Agenesis of the corpus callosum (AgCC) is a congenital brain malformation characterized by the complete or partial failure to develop the corpus callosum. Despite missing the largest white matter bundle connecting the left and right hemispheres of the brain, studies have shown preserved inter-hemispheric communication in individuals with AgCC. It is likely that plasticity provides mechanisms for the brain to adjust in the context of AgCC, as the malformation disrupts programmed developmental brain processes very early on. A proposed candidate for neuroplastic response in individuals with AgCC is strengthening of intra-hemispheric structural connections. In the present study, we explore this hypothesis using a graph-based approach of the structural connectome, which enables intra- and inter-hemispheric analyses at multiple resolutions and quantification of structural characteristics through graph metrics. Structural graph metrics of 19 children with AgCC (13 with complete, 6 with partial AgCC) were compared to those of 29 typically developing controls (TDC). Associations between structural graph metrics and a wide range of neurobehavioral outcomes were examined using a multivariate data-driven approach (Partial Least Squares Correlation, PLSC). Our results provide new evidence suggesting structural strengthening of intra-hemispheric pathways as a neuroplastic response in the acallosal brain, and highlight regional variability in structural connectivity in children with AgCC compared to TDC. There was little evidence that structural graph properties in children with AgCC were associated with neurobehavioral outcomes. To our knowledge, this is the first report leveraging graph theory tools to explicitly characterize whole-brain intra- and inter-hemispheric structural connectivity in AgCC, opening avenues for future research on neuroplastic responses in AgCC.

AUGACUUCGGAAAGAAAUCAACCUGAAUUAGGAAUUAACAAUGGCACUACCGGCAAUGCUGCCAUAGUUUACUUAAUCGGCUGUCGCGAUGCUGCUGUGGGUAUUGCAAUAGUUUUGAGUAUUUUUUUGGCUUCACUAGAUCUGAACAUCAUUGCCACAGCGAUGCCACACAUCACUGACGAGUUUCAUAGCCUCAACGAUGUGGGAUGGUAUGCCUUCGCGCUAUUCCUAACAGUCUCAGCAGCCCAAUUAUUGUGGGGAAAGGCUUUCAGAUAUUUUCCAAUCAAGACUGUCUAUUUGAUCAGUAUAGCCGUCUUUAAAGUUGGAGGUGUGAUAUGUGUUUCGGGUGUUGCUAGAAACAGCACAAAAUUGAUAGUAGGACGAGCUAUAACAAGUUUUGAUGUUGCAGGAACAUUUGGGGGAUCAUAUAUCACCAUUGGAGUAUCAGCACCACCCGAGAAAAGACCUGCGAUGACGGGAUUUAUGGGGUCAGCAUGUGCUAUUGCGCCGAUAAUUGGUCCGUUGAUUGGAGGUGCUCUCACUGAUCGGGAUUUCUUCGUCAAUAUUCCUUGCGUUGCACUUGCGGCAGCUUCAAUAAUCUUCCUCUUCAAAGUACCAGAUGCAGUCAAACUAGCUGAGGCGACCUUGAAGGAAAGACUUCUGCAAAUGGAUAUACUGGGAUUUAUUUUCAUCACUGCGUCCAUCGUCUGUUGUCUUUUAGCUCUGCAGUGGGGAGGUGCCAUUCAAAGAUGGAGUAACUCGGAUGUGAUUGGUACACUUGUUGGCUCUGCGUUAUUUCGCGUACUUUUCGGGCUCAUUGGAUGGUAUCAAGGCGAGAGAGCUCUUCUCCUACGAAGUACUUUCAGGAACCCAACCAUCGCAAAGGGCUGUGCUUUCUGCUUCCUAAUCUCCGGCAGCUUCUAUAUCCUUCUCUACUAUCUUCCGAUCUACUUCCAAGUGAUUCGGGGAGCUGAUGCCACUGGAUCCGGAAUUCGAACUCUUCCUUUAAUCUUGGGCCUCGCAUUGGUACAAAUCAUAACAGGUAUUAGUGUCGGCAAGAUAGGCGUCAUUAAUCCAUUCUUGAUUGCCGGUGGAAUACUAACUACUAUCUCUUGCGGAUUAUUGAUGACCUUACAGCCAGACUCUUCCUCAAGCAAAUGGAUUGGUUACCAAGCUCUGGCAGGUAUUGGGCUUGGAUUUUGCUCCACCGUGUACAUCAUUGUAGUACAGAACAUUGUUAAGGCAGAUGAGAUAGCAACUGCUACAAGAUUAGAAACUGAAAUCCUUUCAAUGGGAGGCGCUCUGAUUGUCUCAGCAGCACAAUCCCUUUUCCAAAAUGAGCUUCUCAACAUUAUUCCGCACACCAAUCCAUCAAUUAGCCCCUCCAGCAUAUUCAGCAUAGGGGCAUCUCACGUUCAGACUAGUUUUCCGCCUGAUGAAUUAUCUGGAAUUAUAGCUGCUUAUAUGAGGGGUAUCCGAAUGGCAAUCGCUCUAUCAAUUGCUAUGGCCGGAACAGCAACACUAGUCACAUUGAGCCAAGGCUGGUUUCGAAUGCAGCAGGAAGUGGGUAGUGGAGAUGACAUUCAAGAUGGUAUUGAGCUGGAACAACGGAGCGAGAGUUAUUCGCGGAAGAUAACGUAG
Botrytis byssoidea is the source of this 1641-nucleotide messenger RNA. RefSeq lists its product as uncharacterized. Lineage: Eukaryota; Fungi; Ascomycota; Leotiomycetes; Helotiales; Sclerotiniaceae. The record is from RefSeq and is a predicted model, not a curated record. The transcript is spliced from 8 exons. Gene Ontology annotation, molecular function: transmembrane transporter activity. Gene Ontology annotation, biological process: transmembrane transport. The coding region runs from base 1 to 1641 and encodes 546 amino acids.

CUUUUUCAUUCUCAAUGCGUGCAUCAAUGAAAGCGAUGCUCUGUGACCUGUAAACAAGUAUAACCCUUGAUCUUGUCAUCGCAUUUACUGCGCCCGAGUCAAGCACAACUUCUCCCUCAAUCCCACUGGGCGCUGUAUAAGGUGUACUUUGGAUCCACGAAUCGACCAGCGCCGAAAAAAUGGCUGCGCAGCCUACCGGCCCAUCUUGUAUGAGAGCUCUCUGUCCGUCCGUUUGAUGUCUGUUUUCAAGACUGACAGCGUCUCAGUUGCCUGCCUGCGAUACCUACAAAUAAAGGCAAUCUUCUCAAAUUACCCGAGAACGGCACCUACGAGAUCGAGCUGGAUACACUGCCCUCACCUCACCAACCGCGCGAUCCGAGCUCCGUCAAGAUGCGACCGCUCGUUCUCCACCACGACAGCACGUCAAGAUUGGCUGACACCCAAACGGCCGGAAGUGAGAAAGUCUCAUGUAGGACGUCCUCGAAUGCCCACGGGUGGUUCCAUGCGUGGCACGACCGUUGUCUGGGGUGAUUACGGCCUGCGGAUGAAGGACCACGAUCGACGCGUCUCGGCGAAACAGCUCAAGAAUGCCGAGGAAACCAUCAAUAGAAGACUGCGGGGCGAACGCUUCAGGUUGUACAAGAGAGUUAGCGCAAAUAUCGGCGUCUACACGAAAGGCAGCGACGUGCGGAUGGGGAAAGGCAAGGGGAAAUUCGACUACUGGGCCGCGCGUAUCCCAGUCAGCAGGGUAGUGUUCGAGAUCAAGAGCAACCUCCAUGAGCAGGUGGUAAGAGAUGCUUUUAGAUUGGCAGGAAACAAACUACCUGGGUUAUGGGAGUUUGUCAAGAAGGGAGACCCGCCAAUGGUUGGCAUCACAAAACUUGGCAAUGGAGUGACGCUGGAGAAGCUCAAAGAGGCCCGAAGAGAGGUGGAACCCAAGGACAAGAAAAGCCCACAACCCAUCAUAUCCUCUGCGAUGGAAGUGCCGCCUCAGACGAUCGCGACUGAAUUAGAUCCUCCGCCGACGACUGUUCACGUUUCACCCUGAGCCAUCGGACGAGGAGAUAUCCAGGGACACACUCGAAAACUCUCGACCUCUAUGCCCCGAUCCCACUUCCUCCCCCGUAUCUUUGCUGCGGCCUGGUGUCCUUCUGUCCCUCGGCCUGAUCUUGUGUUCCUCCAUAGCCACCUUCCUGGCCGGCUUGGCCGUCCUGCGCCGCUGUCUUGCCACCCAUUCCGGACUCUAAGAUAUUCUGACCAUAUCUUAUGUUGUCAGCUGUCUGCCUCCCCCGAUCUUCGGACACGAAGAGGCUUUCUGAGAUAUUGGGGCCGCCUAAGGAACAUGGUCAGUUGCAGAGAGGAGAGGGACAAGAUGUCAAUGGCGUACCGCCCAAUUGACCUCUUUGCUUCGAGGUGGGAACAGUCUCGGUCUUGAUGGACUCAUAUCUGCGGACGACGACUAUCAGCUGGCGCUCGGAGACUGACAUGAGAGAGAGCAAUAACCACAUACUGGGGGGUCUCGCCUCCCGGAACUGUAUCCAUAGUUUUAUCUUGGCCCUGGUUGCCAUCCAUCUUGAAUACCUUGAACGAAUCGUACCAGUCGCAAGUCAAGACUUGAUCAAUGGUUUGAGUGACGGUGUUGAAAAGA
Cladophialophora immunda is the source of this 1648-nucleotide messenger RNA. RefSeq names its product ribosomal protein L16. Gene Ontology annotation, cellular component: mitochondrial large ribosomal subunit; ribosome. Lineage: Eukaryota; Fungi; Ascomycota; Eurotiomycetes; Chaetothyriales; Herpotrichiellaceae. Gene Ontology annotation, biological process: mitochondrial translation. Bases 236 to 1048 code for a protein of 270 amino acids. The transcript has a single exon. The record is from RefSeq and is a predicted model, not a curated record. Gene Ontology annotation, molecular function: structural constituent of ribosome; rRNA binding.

Keywords: Agenesis of the corpus callosum; Brain plasticity; Graph metrics; Structural connectome.
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